Keeping track of expenses as a business owner can be taxing. You need to document every detail to make sure you stay within your spending limits while promoting your products or services, keeping your promises, and developing new offerings.
A business budget spreadsheet can help you stay organized.
Having a template to work from will reduce the time it takes to write down the details of a budget, help you prioritize projects and allocate resources to complete them, and reveal trends in the money you spend versus the results. obtained.
Depending on the complexity of your business, you may need to oversee a number of individual budgets while managing overall expenses. The business budget worksheets below range from specific templates – from product marketing to website redesign – to comprehensive templates that cover all aspects of your marketing plan.
Let’s dive in so you can control your budget like never before.
How to write a business budget
1. Use budget templates
Creating a business budget from scratch can be overwhelming – you have to enter details of each month’s projected budget, actual expenses, and running total for each.
If you’ve never written a business budget or are looking for a specific marketing worksheet, you can start with HubSpot Marketing Budget Templates. This download includes eight well-designed and detailed templates to easily manage your finances, with options for Microsoft Excel or Google Sheets. A quick overview explains how to use each template so that you can easily start filling in your own information.
2. Define your strategy and goals
To get the most out of your budget, you need to know the goals you want to achieve and the strategy to achieve them. If you are working to generate more sales (a goal) and plan to improve your website to attract leads (the strategy), you will need to invest funds in the redesign project.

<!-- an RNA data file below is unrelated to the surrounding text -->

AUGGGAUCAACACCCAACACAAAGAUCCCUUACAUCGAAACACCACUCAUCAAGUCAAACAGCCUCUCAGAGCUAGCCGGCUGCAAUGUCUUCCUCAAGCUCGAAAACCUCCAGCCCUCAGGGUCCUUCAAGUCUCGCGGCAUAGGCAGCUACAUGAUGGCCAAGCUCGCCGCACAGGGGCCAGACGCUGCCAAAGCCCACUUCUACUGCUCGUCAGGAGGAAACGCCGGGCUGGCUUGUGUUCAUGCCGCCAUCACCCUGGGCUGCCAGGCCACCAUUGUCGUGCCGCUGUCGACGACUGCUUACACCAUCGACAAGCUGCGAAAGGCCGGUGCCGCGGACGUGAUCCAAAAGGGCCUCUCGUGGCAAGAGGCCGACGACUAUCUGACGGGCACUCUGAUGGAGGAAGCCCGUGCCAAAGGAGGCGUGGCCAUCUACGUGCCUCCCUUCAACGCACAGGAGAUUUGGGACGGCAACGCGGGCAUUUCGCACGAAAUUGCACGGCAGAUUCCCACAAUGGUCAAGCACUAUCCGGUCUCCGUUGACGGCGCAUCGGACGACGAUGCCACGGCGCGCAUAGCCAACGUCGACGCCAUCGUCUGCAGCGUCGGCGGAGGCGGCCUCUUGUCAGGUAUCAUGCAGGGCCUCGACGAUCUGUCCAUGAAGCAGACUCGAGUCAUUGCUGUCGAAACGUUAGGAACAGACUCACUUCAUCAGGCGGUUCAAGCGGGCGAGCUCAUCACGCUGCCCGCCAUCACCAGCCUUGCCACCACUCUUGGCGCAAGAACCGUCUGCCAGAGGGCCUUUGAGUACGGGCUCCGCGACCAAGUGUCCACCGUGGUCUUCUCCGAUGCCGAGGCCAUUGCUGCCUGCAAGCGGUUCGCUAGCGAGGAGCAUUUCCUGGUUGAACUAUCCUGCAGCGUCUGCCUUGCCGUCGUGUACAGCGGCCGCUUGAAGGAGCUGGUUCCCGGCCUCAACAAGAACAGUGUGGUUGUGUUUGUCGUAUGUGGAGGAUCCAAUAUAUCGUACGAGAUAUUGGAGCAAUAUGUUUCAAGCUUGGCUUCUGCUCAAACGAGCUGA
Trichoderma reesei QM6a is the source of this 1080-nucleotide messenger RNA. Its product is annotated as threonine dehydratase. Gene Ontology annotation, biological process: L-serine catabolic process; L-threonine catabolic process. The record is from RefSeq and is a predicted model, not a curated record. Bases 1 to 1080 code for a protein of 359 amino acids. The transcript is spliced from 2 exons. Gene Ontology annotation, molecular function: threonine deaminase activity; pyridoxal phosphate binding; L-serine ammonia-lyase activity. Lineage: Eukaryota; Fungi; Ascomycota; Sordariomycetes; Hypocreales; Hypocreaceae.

Check out these strategic planning models it can help you define your long-term goals if your business is just starting out. This way, your budget will reflect the financial resources needed to achieve your goals.
3. Gather the numbers
Every business has different needs, so no budget will be exactly the same. A branding and creative budget, for example, will have very different line elements than a website redesign budget.
Whatever budget you put in place, you will need all the relevant expenses for a complete overview. Here are the basic numbers you might want to include:
- Revenue projections: Take into account your historical financial performance and your projected growth income.
- Fixed cost projections: Costs that don’t change (i.e., employee compensation, office rent, business software, insurance, and utilities).
- Variable cost projections: Costs that may change from month to month (i.e. overtime pay, procurement costs, or software that varies by usage).
- Annual project expenses: The cumulative costs of implementing all of your business goals for the year.
- Individual project expenses: The costs associated with each project, which should be tracked in individual budget worksheets.
- Target profit margin: A ratio that reveals how much money a business earns. Knowing your bottom line – and including it in your budget – is a useful reminder of what you hope to achieve during the year, and a good benchmark when analyzing your monthly financial trends.
Depending on the budget, you can also include cash, inventory, accounts receivable, net fixed assets, or long-term debt.
How to manage a business budget
No budget is an island. All businesses are impacted by poorly managed budgets, especially a small business just starting out.